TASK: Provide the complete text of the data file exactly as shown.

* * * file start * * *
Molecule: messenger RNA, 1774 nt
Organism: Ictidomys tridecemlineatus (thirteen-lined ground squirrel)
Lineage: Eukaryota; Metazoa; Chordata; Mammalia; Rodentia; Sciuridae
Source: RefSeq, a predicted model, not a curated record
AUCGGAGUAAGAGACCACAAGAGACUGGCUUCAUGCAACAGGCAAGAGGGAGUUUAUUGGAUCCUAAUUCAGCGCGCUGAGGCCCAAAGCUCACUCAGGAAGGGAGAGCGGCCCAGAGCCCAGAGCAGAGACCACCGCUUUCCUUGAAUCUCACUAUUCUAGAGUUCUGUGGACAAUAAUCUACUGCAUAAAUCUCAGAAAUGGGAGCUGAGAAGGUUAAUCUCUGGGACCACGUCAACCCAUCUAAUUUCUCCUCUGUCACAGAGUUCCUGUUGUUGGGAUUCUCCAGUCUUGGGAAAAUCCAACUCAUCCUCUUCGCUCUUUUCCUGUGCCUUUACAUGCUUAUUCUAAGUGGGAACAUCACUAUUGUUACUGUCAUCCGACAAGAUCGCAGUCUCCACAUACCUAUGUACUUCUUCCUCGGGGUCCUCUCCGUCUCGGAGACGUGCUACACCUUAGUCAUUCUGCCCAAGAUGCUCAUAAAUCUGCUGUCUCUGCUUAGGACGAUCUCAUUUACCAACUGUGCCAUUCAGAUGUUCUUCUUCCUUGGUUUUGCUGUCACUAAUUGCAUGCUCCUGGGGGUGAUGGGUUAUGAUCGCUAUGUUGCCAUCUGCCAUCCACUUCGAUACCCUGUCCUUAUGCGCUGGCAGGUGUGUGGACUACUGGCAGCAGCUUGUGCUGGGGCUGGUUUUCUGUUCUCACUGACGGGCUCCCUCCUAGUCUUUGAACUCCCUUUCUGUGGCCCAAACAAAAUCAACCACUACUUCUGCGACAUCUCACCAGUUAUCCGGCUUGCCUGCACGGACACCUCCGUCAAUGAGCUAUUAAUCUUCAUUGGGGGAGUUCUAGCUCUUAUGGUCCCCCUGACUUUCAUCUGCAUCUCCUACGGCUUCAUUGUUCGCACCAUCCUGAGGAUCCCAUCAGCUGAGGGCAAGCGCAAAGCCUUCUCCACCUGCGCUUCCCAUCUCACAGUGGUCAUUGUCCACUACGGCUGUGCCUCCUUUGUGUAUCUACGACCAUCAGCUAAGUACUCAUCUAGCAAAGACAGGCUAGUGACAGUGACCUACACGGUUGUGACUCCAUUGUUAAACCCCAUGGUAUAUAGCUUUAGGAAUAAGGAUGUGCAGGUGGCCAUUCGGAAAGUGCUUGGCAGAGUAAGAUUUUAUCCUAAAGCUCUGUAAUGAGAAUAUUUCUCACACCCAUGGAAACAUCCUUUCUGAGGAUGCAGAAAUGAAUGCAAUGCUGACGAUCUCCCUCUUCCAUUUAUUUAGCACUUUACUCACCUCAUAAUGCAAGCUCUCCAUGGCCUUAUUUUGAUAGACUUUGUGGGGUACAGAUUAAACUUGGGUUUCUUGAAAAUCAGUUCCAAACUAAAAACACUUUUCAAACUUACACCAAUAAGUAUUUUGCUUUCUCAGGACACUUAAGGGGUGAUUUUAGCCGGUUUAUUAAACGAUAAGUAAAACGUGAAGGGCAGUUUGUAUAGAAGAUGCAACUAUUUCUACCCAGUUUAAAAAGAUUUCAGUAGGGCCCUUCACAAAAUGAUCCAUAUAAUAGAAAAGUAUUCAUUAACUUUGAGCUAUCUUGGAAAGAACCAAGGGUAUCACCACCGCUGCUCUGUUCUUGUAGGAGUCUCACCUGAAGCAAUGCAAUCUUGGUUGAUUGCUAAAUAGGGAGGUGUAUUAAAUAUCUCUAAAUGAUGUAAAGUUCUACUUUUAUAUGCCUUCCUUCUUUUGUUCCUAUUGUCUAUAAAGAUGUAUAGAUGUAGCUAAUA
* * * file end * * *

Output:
Molecule: messenger RNA, 1774 nt
Organism: Ictidomys tridecemlineatus (thirteen-lined ground squirrel)
Lineage: Eukaryota; Metazoa; Chordata; Mammalia; Rodentia; Sciuridae
Source: RefSeq, a predicted model, not a curated record
AUCGGAGUAAGAGACCACAAGAGACUGGCUUCAUGCAACAGGCAAGAGGGAGUUUAUUGGAUCCUAAUUCAGCGCGCUGAGGCCCAAAGCUCACUCAGGAAGGGAGAGCGGCCCAGAGCCCAGAGCAGAGACCACCGCUUUCCUUGAAUCUCACUAUUCUAGAGUUCUGUGGACAAUAAUCUACUGCAUAAAUCUCAGAAAUGGGAGCUGAGAAGGUUAAUCUCUGGGACCACGUCAACCCAUCUAAUUUCUCCUCUGUCACAGAGUUCCUGUUGUUGGGAUUCUCCAGUCUUGGGAAAAUCCAACUCAUCCUCUUCGCUCUUUUCCUGUGCCUUUACAUGCUUAUUCUAAGUGGGAACAUCACUAUUGUUACUGUCAUCCGACAAGAUCGCAGUCUCCACAUACCUAUGUACUUCUUCCUCGGGGUCCUCUCCGUCUCGGAGACGUGCUACACCUUAGUCAUUCUGCCCAAGAUGCUCAUAAAUCUGCUGUCUCUGCUUAGGACGAUCUCAUUUACCAACUGUGCCAUUCAGAUGUUCUUCUUCCUUGGUUUUGCUGUCACUAAUUGCAUGCUCCUGGGGGUGAUGGGUUAUGAUCGCUAUGUUGCCAUCUGCCAUCCACUUCGAUACCCUGUCCUUAUGCGCUGGCAGGUGUGUGGACUACUGGCAGCAGCUUGUGCUGGGGCUGGUUUUCUGUUCUCACUGACGGGCUCCCUCCUAGUCUUUGAACUCCCUUUCUGUGGCCCAAACAAAAUCAACCACUACUUCUGCGACAUCUCACCAGUUAUCCGGCUUGCCUGCACGGACACCUCCGUCAAUGAGCUAUUAAUCUUCAUUGGGGGAGUUCUAGCUCUUAUGGUCCCCCUGACUUUCAUCUGCAUCUCCUACGGCUUCAUUGUUCGCACCAUCCUGAGGAUCCCAUCAGCUGAGGGCAAGCGCAAAGCCUUCUCCACCUGCGCUUCCCAUCUCACAGUGGUCAUUGUCCACUACGGCUGUGCCUCCUUUGUGUAUCUACGACCAUCAGCUAAGUACUCAUCUAGCAAAGACAGGCUAGUGACAGUGACCUACACGGUUGUGACUCCAUUGUUAAACCCCAUGGUAUAUAGCUUUAGGAAUAAGGAUGUGCAGGUGGCCAUUCGGAAAGUGCUUGGCAGAGUAAGAUUUUAUCCUAAAGCUCUGUAAUGAGAAUAUUUCUCACACCCAUGGAAACAUCCUUUCUGAGGAUGCAGAAAUGAAUGCAAUGCUGACGAUCUCCCUCUUCCAUUUAUUUAGCACUUUACUCACCUCAUAAUGCAAGCUCUCCAUGGCCUUAUUUUGAUAGACUUUGUGGGGUACAGAUUAAACUUGGGUUUCUUGAAAAUCAGUUCCAAACUAAAAACACUUUUCAAACUUACACCAAUAAGUAUUUUGCUUUCUCAGGACACUUAAGGGGUGAUUUUAGCCGGUUUAUUAAACGAUAAGUAAAACGUGAAGGGCAGUUUGUAUAGAAGAUGCAACUAUUUCUACCCAGUUUAAAAAGAUUUCAGUAGGGCCCUUCACAAAAUGAUCCAUAUAAUAGAAAAGUAUUCAUUAACUUUGAGCUAUCUUGGAAAGAACCAAGGGUAUCACCACCGCUGCUCUGUUCUUGUAGGAGUCUCACCUGAAGCAAUGCAAUCUUGGUUGAUUGCUAAAUAGGGAGGUGUAUUAAAUAUCUCUAAAUGAUGUAAAGUUCUACUUUUAUAUGCCUUCCUUCUUUUGUUCCUAUUGUCUAUAAAGAUGUAUAGAUGUAGCUAAUA